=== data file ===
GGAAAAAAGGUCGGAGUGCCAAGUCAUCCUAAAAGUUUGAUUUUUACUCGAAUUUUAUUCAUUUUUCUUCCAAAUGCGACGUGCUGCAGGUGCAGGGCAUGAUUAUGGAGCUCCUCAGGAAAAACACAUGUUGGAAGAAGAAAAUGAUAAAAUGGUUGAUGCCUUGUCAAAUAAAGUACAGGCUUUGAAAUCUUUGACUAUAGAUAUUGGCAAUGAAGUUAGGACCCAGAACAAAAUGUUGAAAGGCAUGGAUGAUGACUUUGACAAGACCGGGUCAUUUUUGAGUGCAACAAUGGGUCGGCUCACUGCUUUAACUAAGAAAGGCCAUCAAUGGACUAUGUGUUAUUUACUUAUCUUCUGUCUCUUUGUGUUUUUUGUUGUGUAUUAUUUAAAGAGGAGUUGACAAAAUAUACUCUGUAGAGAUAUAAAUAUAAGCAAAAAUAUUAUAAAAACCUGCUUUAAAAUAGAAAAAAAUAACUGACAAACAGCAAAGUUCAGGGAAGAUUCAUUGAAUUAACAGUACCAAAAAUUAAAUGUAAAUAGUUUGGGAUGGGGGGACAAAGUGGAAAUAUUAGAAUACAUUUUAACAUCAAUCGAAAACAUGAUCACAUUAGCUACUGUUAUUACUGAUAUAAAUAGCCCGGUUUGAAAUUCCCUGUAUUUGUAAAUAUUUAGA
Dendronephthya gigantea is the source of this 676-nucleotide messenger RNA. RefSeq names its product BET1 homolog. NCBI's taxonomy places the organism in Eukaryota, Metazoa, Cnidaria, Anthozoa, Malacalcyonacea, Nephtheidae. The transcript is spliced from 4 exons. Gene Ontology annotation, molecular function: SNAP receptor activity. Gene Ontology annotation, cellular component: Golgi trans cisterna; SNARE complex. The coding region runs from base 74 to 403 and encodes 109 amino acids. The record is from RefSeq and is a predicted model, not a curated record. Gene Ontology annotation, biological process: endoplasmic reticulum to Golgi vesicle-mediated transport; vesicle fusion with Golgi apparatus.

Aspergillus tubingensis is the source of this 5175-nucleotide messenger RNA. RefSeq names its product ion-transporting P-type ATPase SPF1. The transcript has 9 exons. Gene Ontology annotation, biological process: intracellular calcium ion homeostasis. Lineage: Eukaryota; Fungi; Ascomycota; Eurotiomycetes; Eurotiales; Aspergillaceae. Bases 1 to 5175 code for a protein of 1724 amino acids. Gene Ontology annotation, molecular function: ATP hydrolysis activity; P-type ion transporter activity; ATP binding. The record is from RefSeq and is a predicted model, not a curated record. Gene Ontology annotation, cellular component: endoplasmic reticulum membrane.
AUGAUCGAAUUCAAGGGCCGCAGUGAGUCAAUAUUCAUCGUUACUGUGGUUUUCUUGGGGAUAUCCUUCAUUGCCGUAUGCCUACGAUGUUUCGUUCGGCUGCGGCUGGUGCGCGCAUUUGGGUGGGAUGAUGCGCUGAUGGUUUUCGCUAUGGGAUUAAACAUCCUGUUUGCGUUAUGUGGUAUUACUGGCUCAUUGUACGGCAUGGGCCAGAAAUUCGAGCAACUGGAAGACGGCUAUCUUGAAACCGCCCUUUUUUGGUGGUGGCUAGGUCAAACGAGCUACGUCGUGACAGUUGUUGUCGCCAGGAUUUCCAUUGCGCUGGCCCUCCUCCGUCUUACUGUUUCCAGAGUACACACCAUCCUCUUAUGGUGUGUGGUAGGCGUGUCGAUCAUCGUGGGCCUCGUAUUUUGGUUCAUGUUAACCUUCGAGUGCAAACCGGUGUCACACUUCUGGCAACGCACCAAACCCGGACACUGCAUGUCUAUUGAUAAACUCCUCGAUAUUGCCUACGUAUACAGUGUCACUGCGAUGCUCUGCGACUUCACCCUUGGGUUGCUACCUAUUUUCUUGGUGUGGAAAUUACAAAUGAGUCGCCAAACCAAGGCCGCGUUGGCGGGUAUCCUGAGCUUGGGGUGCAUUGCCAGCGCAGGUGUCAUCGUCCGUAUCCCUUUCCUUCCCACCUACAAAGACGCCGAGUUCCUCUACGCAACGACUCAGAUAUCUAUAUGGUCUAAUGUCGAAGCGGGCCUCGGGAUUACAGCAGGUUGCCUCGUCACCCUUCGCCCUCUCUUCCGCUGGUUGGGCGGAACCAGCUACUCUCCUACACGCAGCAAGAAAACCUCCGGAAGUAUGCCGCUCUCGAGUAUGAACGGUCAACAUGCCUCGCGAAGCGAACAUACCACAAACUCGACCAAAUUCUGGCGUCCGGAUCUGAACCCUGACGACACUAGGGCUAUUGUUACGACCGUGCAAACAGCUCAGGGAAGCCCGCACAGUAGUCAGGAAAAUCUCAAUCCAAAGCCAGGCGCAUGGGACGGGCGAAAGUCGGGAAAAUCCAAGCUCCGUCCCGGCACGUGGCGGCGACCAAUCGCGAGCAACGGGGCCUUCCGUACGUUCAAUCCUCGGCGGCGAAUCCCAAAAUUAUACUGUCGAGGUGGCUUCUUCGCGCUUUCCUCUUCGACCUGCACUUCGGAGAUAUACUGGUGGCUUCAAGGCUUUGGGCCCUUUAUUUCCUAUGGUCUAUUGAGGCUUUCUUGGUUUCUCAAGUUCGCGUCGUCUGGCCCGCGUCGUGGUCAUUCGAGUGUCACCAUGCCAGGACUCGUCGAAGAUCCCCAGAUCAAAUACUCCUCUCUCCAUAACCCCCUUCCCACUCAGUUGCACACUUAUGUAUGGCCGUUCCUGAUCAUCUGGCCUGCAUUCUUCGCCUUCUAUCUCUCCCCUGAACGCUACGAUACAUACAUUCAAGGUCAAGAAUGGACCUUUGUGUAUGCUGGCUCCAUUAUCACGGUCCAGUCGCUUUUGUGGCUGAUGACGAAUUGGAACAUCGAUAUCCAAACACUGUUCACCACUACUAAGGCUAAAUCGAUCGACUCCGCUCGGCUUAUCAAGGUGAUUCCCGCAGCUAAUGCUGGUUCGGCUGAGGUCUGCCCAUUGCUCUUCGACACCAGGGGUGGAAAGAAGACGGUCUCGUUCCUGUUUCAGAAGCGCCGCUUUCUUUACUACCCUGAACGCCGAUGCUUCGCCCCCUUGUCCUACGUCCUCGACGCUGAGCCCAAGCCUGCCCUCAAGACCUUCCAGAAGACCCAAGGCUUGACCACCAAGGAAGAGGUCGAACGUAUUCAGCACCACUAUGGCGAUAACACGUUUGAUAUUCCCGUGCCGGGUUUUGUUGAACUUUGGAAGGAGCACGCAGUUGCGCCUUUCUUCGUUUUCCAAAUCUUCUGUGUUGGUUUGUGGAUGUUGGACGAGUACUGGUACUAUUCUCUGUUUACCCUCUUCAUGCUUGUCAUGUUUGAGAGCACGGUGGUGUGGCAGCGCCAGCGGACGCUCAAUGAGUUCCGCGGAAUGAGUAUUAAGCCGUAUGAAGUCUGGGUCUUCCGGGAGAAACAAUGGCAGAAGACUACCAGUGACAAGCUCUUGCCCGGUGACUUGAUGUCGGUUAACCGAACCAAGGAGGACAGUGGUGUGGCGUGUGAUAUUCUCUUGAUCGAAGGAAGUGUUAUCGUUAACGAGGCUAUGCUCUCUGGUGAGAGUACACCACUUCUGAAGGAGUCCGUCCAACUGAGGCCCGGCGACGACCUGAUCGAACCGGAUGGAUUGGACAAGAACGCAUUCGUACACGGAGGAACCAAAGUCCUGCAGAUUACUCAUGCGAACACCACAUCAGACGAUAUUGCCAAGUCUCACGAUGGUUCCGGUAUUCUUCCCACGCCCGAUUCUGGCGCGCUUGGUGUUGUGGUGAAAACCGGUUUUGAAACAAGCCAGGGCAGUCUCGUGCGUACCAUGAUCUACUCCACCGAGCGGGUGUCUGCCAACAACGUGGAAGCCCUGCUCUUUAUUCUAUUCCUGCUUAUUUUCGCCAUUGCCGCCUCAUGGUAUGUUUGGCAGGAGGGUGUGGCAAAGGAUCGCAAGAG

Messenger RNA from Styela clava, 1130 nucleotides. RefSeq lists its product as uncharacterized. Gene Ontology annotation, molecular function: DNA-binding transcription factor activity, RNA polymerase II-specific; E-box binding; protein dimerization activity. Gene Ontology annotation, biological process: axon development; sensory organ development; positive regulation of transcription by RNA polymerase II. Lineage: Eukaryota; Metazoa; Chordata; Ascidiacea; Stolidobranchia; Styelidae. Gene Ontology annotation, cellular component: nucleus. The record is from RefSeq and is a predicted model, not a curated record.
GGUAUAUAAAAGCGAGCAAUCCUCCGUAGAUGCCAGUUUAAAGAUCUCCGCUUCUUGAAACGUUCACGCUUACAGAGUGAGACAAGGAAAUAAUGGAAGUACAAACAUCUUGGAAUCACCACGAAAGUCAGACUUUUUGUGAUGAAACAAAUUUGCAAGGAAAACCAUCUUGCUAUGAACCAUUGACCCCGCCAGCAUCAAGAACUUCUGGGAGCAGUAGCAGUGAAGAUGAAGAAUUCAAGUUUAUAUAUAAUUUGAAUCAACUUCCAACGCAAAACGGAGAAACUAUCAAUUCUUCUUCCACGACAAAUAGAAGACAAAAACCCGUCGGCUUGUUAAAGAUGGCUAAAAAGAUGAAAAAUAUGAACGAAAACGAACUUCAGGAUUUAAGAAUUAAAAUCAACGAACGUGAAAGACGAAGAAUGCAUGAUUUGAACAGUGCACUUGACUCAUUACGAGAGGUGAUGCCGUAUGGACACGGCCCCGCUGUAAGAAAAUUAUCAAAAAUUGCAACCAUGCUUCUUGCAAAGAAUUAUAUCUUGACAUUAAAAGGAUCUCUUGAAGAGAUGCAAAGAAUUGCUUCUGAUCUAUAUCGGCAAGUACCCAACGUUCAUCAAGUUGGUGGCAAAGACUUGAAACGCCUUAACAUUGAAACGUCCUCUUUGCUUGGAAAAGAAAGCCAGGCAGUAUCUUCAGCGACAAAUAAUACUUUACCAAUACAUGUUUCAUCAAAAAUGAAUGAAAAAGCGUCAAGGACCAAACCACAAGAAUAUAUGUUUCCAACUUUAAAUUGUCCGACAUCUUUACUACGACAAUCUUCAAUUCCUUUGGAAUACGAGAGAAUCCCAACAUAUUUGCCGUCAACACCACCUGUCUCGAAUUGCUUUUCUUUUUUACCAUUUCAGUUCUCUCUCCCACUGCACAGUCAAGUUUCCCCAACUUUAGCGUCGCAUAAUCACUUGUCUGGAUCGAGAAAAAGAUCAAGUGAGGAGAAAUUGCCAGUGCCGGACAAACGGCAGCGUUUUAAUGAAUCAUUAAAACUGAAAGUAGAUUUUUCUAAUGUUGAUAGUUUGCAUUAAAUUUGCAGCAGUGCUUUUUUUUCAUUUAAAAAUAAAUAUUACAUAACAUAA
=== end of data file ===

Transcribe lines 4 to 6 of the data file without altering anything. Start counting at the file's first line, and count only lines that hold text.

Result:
AUGAUCGAAUUCAAGGGCCGCAGUGAGUCAAUAUUCAUCGUUACUGUGGUUUUCUUGGGGAUAUCCUUCAUUGCCGUAUGCCUACGAUGUUUCGUUCGGCUGCGGCUGGUGCGCGCAUUUGGGUGGGAUGAUGCGCUGAUGGUUUUCGCUAUGGGAUUAAACAUCCUGUUUGCGUUAUGUGGUAUUACUGGCUCAUUGUACGGCAUGGGCCAGAAAUUCGAGCAACUGGAAGACGGCUAUCUUGAAACCGCCCUUUUUUGGUGGUGGCUAGGUCAAACGAGCUACGUCGUGACAGUUGUUGUCGCCAGGAUUUCCAUUGCGCUGGCCCUCCUCCGUCUUACUGUUUCCAGAGUACACACCAUCCUCUUAUGGUGUGUGGUAGGCGUGUCGAUCAUCGUGGGCCUCGUAUUUUGGUUCAUGUUAACCUUCGAGUGCAAACCGGUGUCACACUUCUGGCAACGCACCAAACCCGGACACUGCAUGUCUAUUGAUAAACUCCUCGAUAUUGCCUACGUAUACAGUGUCACUGCGAUGCUCUGCGACUUCACCCUUGGGUUGCUACCUAUUUUCUUGGUGUGGAAAUUACAAAUGAGUCGCCAAACCAAGGCCGCGUUGGCGGGUAUCCUGAGCUUGGGGUGCAUUGCCAGCGCAGGUGUCAUCGUCCGUAUCCCUUUCCUUCCCACCUACAAAGACGCCGAGUUCCUCUACGCAACGACUCAGAUAUCUAUAUGGUCUAAUGUCGAAGCGGGCCUCGGGAUUACAGCAGGUUGCCUCGUCACCCUUCGCCCUCUCUUCCGCUGGUUGGGCGGAACCAGCUACUCUCCUACACGCAGCAAGAAAACCUCCGGAAGUAUGCCGCUCUCGAGUAUGAACGGUCAACAUGCCUCGCGAAGCGAACAUACCACAAACUCGACCAAAUUCUGGCGUCCGGAUCUGAACCCUGACGACACUAGGGCUAUUGUUACGACCGUGCAAACAGCUCAGGGAAGCCCGCACAGUAGUCAGGAAAAUCUCAAUCCAAAGCCAGGCGCAUGGGACGGGCGAAAGUCGGGAAAAUCCAAGCUCCGUCCCGGCACGUGGCGGCGACCAAUCGCGAGCAACGGGGCCUUCCGUACGUUCAAUCCUCGGCGGCGAAUCCCAAAAUUAUACUGUCGAGGUGGCUUCUUCGCGCUUUCCUCUUCGACCUGCACUUCGGAGAUAUACUGGUGGCUUCAAGGCUUUGGGCCCUUUAUUUCCUAUGGUCUAUUGAGGCUUUCUUGGUUUCUCAAGUUCGCGUCGUCUGGCCCGCGUCGUGGUCAUUCGAGUGUCACCAUGCCAGGACUCGUCGAAGAUCCCCAGAUCAAAUACUCCUCUCUCCAUAACCCCCUUCCCACUCAGUUGCACACUUAUGUAUGGCCGUUCCUGAUCAUCUGGCCUGCAUUCUUCGCCUUCUAUCUCUCCCCUGAACGCUACGAUACAUACAUUCAAGGUCAAGAAUGGACCUUUGUGUAUGCUGGCUCCAUUAUCACGGUCCAGUCGCUUUUGUGGCUGAUGACGAAUUGGAACAUCGAUAUCCAAACACUGUUCACCACUACUAAGGCUAAAUCGAUCGACUCCGCUCGGCUUAUCAAGGUGAUUCCCGCAGCUAAUGCUGGUUCGGCUGAGGUCUGCCCAUUGCUCUUCGACACCAGGGGUGGAAAGAAGACGGUCUCGUUCCUGUUUCAGAAGCGCCGCUUUCUUUACUACCCUGAACGCCGAUGCUUCGCCCCCUUGUCCUACGUCCUCGACGCUGAGCCCAAGCCUGCCCUCAAGACCUUCCAGAAGACCCAAGGCUUGACCACCAAGGAAGAGGUCGAACGUAUUCAGCACCACUAUGGCGAUAACACGUUUGAUAUUCCCGUGCCGGGUUUUGUUGAACUUUGGAAGGAGCACGCAGUUGCGCCUUUCUUCGUUUUCCAAAUCUUCUGUGUUGGUUUGUGGAUGUUGGACGAGUACUGGUACUAUUCUCUGUUUACCCUCUUCAUGCUUGUCAUGUUUGAGAGCACGGUGGUGUGGCAGCGCCAGCGGACGCUCAAUGAGUUCCGCGGAAUGAGUAUUAAGCCGUAUGAAGUCUGGGUCUUCCGGGAGAAACAAUGGCAGAAGACUACCAGUGACAAGCUCUUGCCCGGUGACUUGAUGUCGGUUAACCGAACCAAGGAGGACAGUGGUGUGGCGUGUGAUAUUCUCUUGAUCGAAGGAAGUGUUAUCGUUAACGAGGCUAUGCUCUCUGGUGAGAGUACACCACUUCUGAAGGAGUCCGUCCAACUGAGGCCCGGCGACGACCUGAUCGAACCGGAUGGAUUGGACAAGAACGCAUUCGUACACGGAGGAACCAAAGUCCUGCAGAUUACUCAUGCGAACACCACAUCAGACGAUAUUGCCAAGUCUCACGAUGGUUCCGGUAUUCUUCCCACGCCCGAUUCUGGCGCGCUUGGUGUUGUGGUGAAAACCGGUUUUGAAACAAGCCAGGGCAGUCUCGUGCGUACCAUGAUCUACUCCACCGAGCGGGUGUCUGCCAACAACGUGGAAGCCCUGCUCUUUAUUCUAUUCCUGCUUAUUUUCGCCAUUGCCGCCUCAUGGUAUGUUUGGCAGGAGGGUGUGGCAAAGGAUCGCAAGAG

Messenger RNA from Styela clava, 1130 nucleotides. RefSeq lists its product as uncharacterized. Gene Ontology annotation, molecular function: DNA-binding transcription factor activity, RNA polymerase II-specific; E-box binding; protein dimerization activity. Gene Ontology annotation, biological process: axon development; sensory organ development; positive regulation of transcription by RNA polymerase II. Lineage: Eukaryota; Metazoa; Chordata; Ascidiacea; Stolidobranchia; Styelidae. Gene Ontology annotation, cellular component: nucleus. The record is from RefSeq and is a predicted model, not a curated record.
GGUAUAUAAAAGCGAGCAAUCCUCCGUAGAUGCCAGUUUAAAGAUCUCCGCUUCUUGAAACGUUCACGCUUACAGAGUGAGACAAGGAAAUAAUGGAAGUACAAACAUCUUGGAAUCACCACGAAAGUCAGACUUUUUGUGAUGAAACAAAUUUGCAAGGAAAACCAUCUUGCUAUGAACCAUUGACCCCGCCAGCAUCAAGAACUUCUGGGAGCAGUAGCAGUGAAGAUGAAGAAUUCAAGUUUAUAUAUAAUUUGAAUCAACUUCCAACGCAAAACGGAGAAACUAUCAAUUCUUCUUCCACGACAAAUAGAAGACAAAAACCCGUCGGCUUGUUAAAGAUGGCUAAAAAGAUGAAAAAUAUGAACGAAAACGAACUUCAGGAUUUAAGAAUUAAAAUCAACGAACGUGAAAGACGAAGAAUGCAUGAUUUGAACAGUGCACUUGACUCAUUACGAGAGGUGAUGCCGUAUGGACACGGCCCCGCUGUAAGAAAAUUAUCAAAAAUUGCAACCAUGCUUCUUGCAAAGAAUUAUAUCUUGACAUUAAAAGGAUCUCUUGAAGAGAUGCAAAGAAUUGCUUCUGAUCUAUAUCGGCAAGUACCCAACGUUCAUCAAGUUGGUGGCAAAGACUUGAAACGCCUUAACAUUGAAACGUCCUCUUUGCUUGGAAAAGAAAGCCAGGCAGUAUCUUCAGCGACAAAUAAUACUUUACCAAUACAUGUUUCAUCAAAAAUGAAUGAAAAAGCGUCAAGGACCAAACCACAAGAAUAUAUGUUUCCAACUUUAAAUUGUCCGACAUCUUUACUACGACAAUCUUCAAUUCCUUUGGAAUACGAGAGAAUCCCAACAUAUUUGCCGUCAACACCACCUGUCUCGAAUUGCUUUUCUUUUUUACCAUUUCAGUUCUCUCUCCCACUGCACAGUCAAGUUUCCCCAACUUUAGCGUCGCAUAAUCACUUGUCUGGAUCGAGAAAAAGAUCAAGUGAGGAGAAAUUGCCAGUGCCGGACAAACGGCAGCGUUUUAAUGAAUCAUUAAAACUGAAAGUAGAUUUUUCUAAUGUUGAUAGUUUGCAUUAAAUUUGCAGCAGUGCUUUUUUUUCAUUUAAAAAUAAAUAUUACAUAACAUAA